Without Royko's satire, life with be more bland and boring

By Bill Granger
Updated 4/25/2012 3:31 PM

Editor's Note: This column originally published May 6, 1997.

The Broadway saying is that satire is the thing that dies on Friday night.

In fact, satire died in Chicago last Tuesday.

His name was Mike Royko.

I knew Mike for 38 years, including the years when we didn't speak to each other and including years of snarls.

Like the time he brought in ringers to play on the old Daily News softball team in our Sunday morning media league.

I was pitcher on the Sun-Times and I resented heavy-hitting thugs who were not reporters and who played for the Royko-managed Daily Newsers.

So one time I decided to walk them. Believe me, giving them just one base was better than them taking three. Even my teammates booed my decision. After all, this was 16-inch slowpitch Chicago softball. Nobody walked. But we did have an umpire, so why not use him?

The Daily News beat the Sun-Times anyway. At the end of the game, I said congratulations to Royko. He snarled some unpleasantly about me being a loser. It made me mad at the time.

Now I just think it was funny, the wholly serious way he took winning and the equally serious way I tried to stop his fiendish plans. I think, in a sense, it was a moment worthy of satire, if anyone was around then to write it.

Then there was the time, after I was fired from my first tour of duty at the Sun-Times, when I went back in the shop to get some clips in the dead of night for a book Lori and I were writing on Jane Byrne. I was a casualty of the merger of the Sun-Times/Daily News staffs and Royko was there on the foreign paper, late at night, worrying over a column. I said "hi."He said "hi" back and wondered if I still drank. The night ended with us closing several saloons up and down the streets of the North Side; him recalling the stories of his life and me doing the same thing. It was fun, particularly our several imitations of editors we had known and stupidities in the business we had known.

He said, in regard to softball, I took things seriously and got mad. He was right. I thought he did the same thing. I was right as well. He wouldn't admit it, but he bought most of the drinks.

What no one ever took seriously in the salad days of Royko's growth to mythical status was humor in print. The pages were full of it, had been for decades. What do you think Ring Lardner was doing at the Trib or Finley Peter Dunne was doing when he created Mr. Dooley? Royko wrote satire. It was cutting and vicious and right on the mark.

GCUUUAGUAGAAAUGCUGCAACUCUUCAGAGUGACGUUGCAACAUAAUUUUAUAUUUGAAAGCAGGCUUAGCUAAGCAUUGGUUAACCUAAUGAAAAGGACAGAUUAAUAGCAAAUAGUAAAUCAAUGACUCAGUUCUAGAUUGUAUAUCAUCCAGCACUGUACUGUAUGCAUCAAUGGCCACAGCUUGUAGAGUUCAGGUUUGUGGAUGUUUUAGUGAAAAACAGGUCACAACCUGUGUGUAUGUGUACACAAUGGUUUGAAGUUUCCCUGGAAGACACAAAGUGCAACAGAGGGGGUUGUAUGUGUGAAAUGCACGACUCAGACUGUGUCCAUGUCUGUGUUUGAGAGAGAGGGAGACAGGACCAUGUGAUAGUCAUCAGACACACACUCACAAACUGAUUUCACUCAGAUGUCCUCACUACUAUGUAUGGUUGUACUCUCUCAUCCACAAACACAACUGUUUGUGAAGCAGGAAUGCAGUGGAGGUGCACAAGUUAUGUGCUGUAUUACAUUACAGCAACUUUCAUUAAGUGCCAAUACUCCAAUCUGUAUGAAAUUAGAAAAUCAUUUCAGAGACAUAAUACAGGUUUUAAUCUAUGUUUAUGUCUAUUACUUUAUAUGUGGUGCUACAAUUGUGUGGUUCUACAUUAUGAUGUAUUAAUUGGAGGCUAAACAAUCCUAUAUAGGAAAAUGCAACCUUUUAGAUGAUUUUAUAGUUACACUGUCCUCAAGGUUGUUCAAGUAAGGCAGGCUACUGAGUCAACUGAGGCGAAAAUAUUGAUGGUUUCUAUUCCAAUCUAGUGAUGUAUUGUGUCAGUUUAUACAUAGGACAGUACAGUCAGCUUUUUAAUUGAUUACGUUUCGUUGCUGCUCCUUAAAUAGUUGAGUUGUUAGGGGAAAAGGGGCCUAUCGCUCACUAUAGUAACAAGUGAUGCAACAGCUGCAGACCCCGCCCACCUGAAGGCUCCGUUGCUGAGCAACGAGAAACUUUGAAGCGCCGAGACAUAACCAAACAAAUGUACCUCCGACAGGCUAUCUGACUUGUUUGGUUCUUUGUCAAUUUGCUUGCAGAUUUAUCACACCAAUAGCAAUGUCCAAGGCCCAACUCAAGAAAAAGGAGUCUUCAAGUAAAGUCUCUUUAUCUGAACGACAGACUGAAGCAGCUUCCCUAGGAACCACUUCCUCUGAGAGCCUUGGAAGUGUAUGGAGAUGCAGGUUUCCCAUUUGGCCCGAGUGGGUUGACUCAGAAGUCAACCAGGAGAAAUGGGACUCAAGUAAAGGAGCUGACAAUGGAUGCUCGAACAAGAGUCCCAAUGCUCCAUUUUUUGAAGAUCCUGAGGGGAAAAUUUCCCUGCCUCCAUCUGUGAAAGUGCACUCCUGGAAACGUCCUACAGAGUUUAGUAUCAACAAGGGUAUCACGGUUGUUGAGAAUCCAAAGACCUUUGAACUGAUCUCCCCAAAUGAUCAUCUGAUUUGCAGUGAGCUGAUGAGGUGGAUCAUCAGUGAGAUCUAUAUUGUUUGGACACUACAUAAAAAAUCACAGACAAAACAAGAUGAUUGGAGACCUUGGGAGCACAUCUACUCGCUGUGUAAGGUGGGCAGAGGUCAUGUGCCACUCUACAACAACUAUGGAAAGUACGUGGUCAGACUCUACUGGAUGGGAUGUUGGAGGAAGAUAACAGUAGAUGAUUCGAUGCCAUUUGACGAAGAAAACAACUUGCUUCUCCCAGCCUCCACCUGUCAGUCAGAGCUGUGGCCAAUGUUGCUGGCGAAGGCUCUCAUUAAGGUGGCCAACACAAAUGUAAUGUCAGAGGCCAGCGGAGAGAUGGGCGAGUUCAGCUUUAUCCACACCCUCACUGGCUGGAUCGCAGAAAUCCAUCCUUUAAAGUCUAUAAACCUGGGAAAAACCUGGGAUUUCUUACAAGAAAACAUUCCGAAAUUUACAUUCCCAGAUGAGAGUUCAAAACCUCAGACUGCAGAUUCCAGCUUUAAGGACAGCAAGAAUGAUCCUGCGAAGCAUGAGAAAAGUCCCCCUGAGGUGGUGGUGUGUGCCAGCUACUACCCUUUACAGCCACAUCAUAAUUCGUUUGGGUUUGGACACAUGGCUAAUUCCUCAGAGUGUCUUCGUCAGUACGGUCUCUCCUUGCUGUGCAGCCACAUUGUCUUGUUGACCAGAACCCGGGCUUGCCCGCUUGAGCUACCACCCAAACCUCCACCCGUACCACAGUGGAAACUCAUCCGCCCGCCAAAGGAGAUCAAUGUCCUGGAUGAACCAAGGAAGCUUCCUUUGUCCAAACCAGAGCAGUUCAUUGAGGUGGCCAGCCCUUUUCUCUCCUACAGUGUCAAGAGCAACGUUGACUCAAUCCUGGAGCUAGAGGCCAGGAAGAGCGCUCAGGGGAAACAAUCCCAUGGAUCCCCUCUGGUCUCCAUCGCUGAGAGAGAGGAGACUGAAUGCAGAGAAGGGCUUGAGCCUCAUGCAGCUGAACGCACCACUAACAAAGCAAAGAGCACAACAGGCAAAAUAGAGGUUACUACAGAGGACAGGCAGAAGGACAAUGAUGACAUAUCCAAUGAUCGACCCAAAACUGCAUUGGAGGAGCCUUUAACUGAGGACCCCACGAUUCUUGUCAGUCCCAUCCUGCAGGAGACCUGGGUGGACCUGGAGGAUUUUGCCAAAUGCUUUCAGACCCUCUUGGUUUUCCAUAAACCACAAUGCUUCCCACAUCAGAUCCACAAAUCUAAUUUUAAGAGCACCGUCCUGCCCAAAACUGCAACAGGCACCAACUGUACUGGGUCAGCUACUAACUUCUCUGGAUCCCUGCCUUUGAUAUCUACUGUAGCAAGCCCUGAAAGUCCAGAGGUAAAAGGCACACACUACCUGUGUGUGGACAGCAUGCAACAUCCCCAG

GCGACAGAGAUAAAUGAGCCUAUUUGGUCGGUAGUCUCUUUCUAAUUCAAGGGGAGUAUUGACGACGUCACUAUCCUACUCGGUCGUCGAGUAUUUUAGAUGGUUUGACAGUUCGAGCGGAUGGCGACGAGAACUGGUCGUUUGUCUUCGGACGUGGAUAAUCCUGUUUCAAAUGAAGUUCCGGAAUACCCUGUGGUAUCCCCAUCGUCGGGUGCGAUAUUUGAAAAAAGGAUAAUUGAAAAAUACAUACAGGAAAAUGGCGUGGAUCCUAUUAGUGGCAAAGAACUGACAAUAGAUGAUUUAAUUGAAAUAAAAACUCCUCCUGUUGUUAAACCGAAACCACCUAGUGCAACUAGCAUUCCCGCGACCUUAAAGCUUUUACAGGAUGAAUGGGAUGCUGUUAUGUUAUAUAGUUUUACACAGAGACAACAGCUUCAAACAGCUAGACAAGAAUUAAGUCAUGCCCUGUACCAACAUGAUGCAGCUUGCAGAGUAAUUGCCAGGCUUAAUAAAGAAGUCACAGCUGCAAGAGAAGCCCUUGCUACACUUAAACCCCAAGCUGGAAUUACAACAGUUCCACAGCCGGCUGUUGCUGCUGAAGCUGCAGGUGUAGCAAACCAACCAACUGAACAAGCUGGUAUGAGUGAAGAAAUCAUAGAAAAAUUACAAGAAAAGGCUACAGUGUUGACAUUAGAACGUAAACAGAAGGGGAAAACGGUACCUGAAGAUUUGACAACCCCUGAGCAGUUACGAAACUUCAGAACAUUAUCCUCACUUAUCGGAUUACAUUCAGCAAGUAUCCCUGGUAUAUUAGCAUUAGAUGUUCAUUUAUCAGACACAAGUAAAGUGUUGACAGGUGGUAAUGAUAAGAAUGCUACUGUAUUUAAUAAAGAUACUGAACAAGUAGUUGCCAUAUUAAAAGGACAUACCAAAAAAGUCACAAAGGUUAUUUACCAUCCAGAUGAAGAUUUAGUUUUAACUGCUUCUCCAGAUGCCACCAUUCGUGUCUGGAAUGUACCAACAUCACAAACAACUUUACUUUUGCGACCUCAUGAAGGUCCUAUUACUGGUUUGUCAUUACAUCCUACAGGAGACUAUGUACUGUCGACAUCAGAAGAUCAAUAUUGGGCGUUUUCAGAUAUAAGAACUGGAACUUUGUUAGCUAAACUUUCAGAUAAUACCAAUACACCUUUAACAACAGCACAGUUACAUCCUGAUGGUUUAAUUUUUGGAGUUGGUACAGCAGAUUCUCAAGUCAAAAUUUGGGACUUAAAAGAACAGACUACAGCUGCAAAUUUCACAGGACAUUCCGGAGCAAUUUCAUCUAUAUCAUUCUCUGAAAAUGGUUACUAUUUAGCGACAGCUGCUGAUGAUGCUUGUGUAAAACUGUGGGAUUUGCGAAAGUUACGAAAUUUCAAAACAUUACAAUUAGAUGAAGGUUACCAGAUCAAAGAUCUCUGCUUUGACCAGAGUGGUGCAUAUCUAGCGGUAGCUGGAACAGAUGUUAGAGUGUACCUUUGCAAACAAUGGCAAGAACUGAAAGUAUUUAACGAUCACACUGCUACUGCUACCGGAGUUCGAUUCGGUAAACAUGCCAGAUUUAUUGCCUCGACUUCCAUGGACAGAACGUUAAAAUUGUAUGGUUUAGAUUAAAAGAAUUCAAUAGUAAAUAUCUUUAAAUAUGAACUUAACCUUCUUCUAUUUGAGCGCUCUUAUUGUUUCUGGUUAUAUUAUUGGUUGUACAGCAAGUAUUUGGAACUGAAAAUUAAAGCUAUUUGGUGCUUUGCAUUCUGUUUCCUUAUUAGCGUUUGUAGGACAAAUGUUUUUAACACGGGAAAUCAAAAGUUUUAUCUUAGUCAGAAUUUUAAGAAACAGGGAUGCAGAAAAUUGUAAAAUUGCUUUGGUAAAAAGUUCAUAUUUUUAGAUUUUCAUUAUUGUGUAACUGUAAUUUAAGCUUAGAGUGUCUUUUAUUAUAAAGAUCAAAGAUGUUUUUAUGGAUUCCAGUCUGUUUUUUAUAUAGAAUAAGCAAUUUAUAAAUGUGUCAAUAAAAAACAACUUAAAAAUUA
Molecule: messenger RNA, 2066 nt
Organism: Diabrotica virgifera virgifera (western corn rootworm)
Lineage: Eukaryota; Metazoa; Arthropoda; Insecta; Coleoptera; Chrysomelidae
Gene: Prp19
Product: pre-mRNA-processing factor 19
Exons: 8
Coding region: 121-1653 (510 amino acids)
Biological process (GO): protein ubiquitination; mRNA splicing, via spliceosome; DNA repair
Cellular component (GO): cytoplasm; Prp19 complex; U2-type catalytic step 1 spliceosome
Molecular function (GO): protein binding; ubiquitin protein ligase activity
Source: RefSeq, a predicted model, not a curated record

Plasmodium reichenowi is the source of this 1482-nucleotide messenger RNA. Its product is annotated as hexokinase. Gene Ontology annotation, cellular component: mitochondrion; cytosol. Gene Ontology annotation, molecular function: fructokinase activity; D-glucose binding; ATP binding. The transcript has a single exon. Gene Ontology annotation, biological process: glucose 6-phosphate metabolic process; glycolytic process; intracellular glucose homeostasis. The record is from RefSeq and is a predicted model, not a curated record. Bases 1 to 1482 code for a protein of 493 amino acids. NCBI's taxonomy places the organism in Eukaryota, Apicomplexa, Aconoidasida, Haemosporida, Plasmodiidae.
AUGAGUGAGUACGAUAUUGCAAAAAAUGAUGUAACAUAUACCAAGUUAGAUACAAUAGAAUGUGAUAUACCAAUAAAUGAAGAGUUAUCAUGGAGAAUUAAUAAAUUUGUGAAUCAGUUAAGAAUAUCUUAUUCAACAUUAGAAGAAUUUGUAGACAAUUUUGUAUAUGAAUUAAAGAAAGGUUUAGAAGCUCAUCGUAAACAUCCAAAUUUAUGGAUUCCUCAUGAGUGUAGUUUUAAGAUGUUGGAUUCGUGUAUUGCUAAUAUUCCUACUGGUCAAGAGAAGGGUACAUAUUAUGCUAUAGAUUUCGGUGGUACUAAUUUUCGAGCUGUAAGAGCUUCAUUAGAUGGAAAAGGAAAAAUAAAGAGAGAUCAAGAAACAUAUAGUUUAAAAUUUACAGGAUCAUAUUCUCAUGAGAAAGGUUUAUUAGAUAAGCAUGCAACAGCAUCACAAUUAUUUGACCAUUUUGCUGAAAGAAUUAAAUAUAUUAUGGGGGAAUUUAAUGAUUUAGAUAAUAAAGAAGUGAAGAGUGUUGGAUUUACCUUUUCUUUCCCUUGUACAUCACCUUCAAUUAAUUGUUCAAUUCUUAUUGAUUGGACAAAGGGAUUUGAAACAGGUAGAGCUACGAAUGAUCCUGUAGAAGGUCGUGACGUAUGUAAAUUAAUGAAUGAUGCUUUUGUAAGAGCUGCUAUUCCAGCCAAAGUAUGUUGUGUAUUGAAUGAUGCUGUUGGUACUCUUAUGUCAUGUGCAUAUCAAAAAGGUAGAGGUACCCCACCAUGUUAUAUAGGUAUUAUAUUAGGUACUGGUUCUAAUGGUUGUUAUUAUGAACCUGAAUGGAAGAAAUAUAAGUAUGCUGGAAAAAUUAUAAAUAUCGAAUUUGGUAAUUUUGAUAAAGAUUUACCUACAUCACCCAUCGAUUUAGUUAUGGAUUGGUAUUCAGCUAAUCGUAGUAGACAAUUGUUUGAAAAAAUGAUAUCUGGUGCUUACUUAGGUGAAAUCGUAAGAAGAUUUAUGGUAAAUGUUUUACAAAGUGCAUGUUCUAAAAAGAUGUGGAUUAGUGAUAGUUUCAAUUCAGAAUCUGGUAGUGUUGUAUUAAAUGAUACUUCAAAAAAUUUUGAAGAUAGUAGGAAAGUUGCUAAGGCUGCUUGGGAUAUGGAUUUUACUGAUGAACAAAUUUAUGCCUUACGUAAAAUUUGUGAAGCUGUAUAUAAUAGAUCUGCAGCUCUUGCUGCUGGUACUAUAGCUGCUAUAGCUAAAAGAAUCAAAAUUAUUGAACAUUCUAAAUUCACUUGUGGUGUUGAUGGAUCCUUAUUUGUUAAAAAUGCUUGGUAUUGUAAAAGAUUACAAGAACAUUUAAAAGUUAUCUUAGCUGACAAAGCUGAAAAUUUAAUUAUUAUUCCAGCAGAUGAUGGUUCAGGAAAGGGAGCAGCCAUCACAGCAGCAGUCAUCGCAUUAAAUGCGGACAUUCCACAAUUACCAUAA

His ancestors included Jonathan Swift. Swift wrote a classic called "A Modest Proposal" which is mostly not taught in schools anymore because it is just too hurtful and too cruel. Swift proposed that the perennial Irish problem be solved by killing and cooking Irish babies to be served to the English working class, which also had a problem in getting enough food. Swift's satire devastated British society and even then, some people didn't get the point of it.

That satire is now officially dead was made clear in the week following Royko's death. More than one pious mourner in print suggested Royko had just gone too far in poking fun at the end of his life. It was all wonderful satire when the subject was Mayor Richard J. or Jesse Jackson or Walter Jacobson, but those times had passed and Royko had taken to goring sacred cows. We cannot make fun of ebonics or dozens of other sacred cow subjects. Some Tribune staffers even petitioned that Royko be censured or fired six months before his death. They thought his satire was mean.

R. Bruce Dold, an editorial writer on the Trib, wrote a fine column on Royko last Friday in which he also decried the p.c. takeover of newsprint by tongue-cluckers who would have boiled J. Swift in cholesterol-free oil for suggesting the poor Irish babies be parboiled to feed starving English workers. The politically correct poobahs have intimidated the journalism profession, which met last week in Chicago to wonder anew what was ailing newspapers. The sad thing -- from the standpoint of readers and writers -- is that Royko's death represented a temporary victory for those who want blandness.

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